Decorations allow people to pay respects

Showing off their Anzac letterbox decorations are brothers Devon and Dartanyon Richards with...
Showing off their Anzac letterbox decorations are brothers Devon and Dartanyon Richards with their great-grandfather Charlie Boyes. PHOTO: LINDA ROBERTSON
After being locked down for Anzac Day last year, a Dunedin man has worked with his great-grandsons to make sure their neighbourhood could pay their respects this year.

Wakari-based Charlie Boyes (80) said he and his two great-grandsons had made more than 50 Anzac letterbox decorations, which had been sold around the neighbourhood.

Dartanyon Richards (14) said he was proud of what they had created.

The project started last year as part of the Stand At Dawn campaign during the Covid-19 lockdown, which encouraged people to stand at their letterbox at 6am on Anzac Day as a mark of respect because mass gatherings were prohibited during Alert Level 4 restrictions.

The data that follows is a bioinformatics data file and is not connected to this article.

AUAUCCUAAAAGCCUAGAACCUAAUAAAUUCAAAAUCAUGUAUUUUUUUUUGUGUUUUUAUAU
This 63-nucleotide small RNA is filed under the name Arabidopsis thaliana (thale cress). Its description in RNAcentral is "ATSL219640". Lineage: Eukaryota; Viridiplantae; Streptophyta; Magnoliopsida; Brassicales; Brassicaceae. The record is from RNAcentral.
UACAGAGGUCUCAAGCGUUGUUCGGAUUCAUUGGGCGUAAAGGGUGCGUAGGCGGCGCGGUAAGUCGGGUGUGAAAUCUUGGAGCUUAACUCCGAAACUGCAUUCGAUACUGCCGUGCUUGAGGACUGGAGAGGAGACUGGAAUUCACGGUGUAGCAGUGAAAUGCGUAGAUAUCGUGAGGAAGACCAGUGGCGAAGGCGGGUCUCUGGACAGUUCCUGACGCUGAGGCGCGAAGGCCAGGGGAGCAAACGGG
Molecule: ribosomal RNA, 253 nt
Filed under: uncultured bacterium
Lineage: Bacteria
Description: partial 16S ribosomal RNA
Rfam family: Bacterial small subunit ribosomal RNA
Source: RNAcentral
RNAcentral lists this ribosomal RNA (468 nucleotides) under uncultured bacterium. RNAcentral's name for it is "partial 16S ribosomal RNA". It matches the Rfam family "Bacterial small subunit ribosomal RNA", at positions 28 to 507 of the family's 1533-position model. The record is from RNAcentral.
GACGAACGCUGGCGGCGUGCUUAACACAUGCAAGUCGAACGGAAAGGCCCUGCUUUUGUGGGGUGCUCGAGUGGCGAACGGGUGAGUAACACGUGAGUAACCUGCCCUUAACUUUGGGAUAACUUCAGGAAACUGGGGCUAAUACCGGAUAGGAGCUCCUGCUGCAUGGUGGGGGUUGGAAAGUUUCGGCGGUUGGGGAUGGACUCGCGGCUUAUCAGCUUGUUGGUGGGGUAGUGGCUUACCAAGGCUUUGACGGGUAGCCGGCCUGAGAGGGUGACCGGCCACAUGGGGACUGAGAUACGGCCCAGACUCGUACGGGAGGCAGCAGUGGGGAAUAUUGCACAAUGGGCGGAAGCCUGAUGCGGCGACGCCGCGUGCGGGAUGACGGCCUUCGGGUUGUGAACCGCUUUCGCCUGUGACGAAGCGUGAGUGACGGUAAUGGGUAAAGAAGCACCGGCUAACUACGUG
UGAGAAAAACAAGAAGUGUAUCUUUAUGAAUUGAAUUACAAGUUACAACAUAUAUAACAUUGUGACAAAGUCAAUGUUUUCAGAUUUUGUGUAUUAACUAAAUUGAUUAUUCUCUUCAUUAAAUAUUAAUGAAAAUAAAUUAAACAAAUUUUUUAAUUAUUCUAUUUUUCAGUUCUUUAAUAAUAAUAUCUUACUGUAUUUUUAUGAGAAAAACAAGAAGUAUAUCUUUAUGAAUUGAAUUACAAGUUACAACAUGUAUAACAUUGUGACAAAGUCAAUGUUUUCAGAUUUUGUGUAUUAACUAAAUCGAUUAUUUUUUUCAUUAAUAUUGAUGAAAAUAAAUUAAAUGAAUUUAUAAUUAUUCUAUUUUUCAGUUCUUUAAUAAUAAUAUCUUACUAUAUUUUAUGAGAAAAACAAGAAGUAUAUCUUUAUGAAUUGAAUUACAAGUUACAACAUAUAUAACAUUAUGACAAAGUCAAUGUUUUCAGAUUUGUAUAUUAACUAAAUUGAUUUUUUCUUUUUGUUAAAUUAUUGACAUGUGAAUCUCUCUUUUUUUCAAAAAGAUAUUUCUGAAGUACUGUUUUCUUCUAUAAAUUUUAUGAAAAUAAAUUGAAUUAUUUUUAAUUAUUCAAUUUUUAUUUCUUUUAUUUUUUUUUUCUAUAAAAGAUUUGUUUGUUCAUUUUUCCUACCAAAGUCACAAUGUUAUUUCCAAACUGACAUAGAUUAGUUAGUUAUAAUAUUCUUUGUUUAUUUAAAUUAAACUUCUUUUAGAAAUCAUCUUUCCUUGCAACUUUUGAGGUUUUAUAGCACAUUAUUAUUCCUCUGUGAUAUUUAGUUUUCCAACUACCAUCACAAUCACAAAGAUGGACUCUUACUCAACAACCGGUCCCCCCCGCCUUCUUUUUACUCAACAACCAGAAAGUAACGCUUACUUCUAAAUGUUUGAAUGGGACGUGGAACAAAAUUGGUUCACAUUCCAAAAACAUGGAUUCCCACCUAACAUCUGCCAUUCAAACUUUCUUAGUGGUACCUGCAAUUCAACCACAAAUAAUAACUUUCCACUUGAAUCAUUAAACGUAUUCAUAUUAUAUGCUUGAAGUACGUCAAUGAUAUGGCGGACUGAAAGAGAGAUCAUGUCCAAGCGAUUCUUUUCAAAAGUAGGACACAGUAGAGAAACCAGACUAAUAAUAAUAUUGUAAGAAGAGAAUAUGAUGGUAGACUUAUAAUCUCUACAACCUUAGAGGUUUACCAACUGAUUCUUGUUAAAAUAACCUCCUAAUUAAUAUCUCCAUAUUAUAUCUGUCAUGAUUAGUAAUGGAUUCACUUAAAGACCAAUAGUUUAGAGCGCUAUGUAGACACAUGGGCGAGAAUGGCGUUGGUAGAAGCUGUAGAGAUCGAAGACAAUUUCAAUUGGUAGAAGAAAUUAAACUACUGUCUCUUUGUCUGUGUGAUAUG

The boys were upset they could not mark the day at the dawn service, so their great-grandfather helped them to make an Anzac decoration for their letterbox.

It was a hit with the neighbours and this year they decided to offer them for sale.

The decorations are made from plastic board and have string attached so they can be secured to a letterbox.

The boys offered the decorations at material cost, with or without a flag, Dartanyon said.

Mr Boyes said Anzac Day was important for the family as his great-great-uncle Andrew Colquhoun served as a second lieutenant in World War1.

Devon Richards (10) said they had an efficient production line going, and it would take them about 90 minutes to make 15.

He felt Anzac Day was a very important day, and he hoped to continue making the decorations next year.

Production of the decorations would slow as the boys went away for school holidays, but Mr Boyes hoped they would be able to make a few more before Anzac Day.

wyatt.ryder@odt.co.nz

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